Monday, January 25, 2010

SPEED's New Challenge: NASCAR News

Monday, we start the NASCAR TV news season for real. SPEED has one week of Race Hub before ESPN's NASCAR Now joins the mix on Monday, February 1st. This year, fans will have the choice of two TV news programs every Monday through Thursday.

ESPN has a three year jump on NASCAR news. SPEED steadfastly refused to offer any TV news during the week, opting instead to focus on the weekend activity at the tracks. Adding Race Hub late last year on the fly showed both the best and worst results of jumping into the deep end of the NASCAR TV news pool.

So far this season, everything on Race Hub has been polite, scripted and planned. In other words, the actual racing has not yet started. The PR releases have been orderly, the smiles have been easy and Mike Helton was the featured guest on the show last week.

As with any professional sport, there are a myriad of issues and stories that the Race Hub producers can choose to feature or discard. Over the past three seasons, NASCAR Now has taken topics like Jeremy Mayfield's drug suspension, Goodyear's tire failures and the COT woes head-on without blinking.

Click here for an article discussing the subject some in the media are concerned about. Despite the claims of letting the drivers police themselves this season and that rubbing is just racing, NASCAR has stepped-up efforts to blame the media for problems within the sport.

They told drivers in closed meetings that expressions of emotion and frustration on NASCAR topics were bad for the sport. Specifically pointed out that the drivers and their public statements reported by the media were directly affecting the TV ratings. In other words, despite the social media outreach and the Fan Council mentions, NASCAR is putting the clamps on free speech.

Click here for the TDP column on Jack Roush and his recent rant against the NASCAR TV partners. He pointed directly to Darrell Waltrip and Rusty Wallace as each having a personal ax to grind on the air.

Into this delightful atmosphere walks SPEED with a brand new TV series featuring NASCAR news directly from the personalities who make it. That was a key reason the network rolled out Race Hub from the North Charlotte, NC studios. Suddenly, anyone and everyone who was in the news could take a short drive and be on national TV in the evening hours speaking to NASCAR fans directly.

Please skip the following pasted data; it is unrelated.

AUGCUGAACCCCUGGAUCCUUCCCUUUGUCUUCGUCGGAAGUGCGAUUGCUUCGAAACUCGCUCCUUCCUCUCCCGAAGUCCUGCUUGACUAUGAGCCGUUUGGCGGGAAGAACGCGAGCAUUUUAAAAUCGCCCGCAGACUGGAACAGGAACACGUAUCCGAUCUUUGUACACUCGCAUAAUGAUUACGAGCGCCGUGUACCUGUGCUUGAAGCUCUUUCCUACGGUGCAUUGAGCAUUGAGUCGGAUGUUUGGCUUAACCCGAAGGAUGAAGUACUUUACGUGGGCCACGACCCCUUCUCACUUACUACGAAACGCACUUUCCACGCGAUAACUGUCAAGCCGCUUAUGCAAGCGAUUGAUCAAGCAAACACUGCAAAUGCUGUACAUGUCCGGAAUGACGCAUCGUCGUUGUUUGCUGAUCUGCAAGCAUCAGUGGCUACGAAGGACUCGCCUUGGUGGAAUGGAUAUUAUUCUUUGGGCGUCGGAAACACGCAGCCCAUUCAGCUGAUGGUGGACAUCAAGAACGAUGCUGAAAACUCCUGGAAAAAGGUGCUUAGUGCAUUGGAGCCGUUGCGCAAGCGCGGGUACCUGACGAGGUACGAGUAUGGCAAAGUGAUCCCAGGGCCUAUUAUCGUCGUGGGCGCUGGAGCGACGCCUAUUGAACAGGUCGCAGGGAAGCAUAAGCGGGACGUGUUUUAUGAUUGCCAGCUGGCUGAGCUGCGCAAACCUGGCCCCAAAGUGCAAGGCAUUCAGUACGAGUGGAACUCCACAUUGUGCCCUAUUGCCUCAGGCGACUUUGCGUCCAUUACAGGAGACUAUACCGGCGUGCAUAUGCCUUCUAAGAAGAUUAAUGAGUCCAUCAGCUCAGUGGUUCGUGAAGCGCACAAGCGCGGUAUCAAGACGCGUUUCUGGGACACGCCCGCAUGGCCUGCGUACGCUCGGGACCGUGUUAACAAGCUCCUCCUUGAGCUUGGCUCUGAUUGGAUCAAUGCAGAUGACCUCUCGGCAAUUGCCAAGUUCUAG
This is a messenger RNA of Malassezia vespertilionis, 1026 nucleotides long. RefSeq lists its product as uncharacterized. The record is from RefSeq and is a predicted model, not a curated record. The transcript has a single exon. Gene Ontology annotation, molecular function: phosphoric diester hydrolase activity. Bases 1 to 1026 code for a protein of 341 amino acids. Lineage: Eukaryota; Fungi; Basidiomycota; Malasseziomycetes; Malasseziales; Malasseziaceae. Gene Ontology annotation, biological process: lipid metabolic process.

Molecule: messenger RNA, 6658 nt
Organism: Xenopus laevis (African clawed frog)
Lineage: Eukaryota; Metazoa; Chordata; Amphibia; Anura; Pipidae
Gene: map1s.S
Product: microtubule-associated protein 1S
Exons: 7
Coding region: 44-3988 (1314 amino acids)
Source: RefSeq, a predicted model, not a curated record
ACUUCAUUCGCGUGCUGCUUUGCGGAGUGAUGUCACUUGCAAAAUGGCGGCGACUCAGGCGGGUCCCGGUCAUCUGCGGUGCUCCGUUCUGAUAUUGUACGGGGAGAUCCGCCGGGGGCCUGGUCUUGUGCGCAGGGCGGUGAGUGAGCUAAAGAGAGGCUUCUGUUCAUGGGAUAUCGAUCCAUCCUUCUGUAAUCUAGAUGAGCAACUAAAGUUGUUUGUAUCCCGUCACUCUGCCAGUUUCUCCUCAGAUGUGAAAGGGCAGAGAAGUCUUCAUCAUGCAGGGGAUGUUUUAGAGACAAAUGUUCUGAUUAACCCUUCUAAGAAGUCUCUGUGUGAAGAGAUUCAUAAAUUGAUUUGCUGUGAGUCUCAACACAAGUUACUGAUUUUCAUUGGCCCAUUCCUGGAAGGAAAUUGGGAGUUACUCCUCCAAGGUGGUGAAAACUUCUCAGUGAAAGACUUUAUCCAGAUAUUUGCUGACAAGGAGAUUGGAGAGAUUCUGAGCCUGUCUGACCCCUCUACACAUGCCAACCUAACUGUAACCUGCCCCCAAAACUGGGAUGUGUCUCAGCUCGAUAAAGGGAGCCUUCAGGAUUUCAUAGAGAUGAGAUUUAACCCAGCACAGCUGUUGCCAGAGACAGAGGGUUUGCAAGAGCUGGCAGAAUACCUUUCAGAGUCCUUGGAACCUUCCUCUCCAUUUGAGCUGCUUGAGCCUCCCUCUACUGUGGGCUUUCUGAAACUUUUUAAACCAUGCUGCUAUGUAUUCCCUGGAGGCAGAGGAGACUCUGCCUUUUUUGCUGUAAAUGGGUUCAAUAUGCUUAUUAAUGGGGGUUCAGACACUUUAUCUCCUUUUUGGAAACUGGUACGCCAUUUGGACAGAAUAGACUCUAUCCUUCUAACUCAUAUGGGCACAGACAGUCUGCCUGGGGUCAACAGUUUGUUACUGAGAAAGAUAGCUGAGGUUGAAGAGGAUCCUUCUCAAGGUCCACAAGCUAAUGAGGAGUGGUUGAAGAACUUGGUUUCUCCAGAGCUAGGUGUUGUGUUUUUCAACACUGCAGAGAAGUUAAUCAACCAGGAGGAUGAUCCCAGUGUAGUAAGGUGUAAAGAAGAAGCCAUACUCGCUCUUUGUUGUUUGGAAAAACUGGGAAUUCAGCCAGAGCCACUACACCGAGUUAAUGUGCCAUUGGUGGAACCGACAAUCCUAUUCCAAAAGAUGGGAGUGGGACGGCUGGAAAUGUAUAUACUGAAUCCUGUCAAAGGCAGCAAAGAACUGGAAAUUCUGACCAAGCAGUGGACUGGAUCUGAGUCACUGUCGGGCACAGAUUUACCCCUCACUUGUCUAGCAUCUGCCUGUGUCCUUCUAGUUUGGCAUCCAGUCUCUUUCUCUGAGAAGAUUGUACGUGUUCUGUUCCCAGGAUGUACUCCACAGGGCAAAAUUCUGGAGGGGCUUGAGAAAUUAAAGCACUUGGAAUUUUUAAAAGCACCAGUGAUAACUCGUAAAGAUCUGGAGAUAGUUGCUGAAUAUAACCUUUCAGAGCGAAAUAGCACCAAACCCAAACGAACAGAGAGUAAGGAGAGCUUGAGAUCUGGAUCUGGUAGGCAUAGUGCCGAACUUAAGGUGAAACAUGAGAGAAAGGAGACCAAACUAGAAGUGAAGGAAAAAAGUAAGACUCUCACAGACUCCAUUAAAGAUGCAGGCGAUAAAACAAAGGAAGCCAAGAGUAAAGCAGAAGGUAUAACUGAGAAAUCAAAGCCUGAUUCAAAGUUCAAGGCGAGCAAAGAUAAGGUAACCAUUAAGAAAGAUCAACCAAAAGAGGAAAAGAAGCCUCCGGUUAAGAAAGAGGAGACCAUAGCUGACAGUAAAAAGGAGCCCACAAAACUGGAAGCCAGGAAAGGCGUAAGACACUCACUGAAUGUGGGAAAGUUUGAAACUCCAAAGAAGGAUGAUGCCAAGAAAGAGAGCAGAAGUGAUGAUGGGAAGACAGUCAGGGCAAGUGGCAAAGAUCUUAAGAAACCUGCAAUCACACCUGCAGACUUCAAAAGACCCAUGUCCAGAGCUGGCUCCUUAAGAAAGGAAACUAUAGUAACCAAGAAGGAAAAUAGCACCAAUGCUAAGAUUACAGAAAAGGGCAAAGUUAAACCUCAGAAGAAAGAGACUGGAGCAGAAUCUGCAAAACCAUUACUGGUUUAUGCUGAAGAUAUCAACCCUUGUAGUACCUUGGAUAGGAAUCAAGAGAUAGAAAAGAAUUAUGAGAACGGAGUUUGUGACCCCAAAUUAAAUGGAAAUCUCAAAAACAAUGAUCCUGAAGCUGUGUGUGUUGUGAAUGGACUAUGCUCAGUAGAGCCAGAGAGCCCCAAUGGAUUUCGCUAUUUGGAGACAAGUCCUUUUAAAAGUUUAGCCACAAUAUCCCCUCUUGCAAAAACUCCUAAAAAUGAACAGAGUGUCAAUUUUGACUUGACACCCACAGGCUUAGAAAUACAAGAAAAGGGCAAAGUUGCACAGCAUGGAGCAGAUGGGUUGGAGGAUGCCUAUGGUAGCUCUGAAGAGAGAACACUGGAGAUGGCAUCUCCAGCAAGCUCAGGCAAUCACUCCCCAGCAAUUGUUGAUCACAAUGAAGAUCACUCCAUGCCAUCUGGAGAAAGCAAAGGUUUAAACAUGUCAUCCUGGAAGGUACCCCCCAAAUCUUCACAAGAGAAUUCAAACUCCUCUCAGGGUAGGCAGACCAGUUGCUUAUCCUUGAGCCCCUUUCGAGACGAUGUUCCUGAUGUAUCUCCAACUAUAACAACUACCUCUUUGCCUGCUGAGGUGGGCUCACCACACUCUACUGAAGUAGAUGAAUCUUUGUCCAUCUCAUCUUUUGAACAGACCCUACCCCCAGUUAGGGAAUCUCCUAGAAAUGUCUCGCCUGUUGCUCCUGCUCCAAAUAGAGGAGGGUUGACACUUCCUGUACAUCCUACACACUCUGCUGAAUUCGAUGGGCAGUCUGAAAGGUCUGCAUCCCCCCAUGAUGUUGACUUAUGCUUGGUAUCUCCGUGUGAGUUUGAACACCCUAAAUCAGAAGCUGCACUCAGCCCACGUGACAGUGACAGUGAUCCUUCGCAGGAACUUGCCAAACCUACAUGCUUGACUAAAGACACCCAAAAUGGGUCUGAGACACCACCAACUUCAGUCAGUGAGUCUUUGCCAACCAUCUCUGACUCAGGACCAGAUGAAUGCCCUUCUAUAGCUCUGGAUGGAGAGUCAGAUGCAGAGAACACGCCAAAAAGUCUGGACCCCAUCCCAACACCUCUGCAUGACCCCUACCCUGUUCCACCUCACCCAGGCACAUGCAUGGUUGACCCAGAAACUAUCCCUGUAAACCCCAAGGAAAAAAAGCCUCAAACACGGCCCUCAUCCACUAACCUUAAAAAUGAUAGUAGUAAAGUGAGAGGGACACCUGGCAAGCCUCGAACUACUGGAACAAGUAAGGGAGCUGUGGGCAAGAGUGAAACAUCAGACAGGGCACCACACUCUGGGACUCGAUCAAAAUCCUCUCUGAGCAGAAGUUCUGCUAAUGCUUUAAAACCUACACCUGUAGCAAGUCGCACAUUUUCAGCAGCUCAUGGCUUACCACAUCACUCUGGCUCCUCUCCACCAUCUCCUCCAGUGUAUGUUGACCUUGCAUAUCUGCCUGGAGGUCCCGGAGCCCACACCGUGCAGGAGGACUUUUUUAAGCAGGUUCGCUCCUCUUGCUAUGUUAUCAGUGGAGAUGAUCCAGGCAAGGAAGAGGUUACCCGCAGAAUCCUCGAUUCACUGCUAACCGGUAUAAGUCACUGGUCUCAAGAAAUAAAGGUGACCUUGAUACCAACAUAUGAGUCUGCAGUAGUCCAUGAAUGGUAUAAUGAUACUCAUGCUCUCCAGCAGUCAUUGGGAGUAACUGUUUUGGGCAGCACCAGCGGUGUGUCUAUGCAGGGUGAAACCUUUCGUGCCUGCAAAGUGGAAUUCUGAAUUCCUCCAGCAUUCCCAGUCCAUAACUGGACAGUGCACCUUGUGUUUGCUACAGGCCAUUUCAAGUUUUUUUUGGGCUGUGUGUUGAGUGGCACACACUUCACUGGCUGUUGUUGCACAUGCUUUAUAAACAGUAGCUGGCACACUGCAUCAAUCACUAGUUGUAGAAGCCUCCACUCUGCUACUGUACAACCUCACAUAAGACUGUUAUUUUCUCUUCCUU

SPEED's on-air track record in dealing with hard news stories is anything but stellar. Monday night's TWIN purposefully focused on highlights and refrained from reporting news. The network offered no other weekday NASCAR shows until the practice and qualifying coverage started from the tracks on Fridays.

In 2009, it was sometimes ironic that the best NASCAR news coverage was offered by The SPEED Report, a show intended to cover all forms of motorsports on Sunday nights. Meanwhile, programs from NASCAR Live to RaceDay routinely avoided hard news in favor of race preview information.

One factor in whether or not Race Hub gets credible is the host. SPEED has decided to rotate its current crop of on-air talent through this assignment rather than designate a fulltime person for the position. While names like Krista Voda and Randy Pemberton are used to dealing with news, announcers like Rick Allen and John Roberts are more in tune to directing on-air traffic.

This is a big shift of gears for SPEED. The network has not done a daily NASCAR news program in a very long time. The challenge is to see past the NASCAR edict and dive into the reality of the sport regardless of whether it might be viewed as positive or negative. Studio guests should face real questions and offer more than the PR spin on an issue.

So, after a short trial run last season and some polite conversation this year, Race Hub faces the challenge of establishing itself as a credible source of NASCAR news for the fans. Rick Allen and Randy Pemberton co-host on Monday and we'll be watching.

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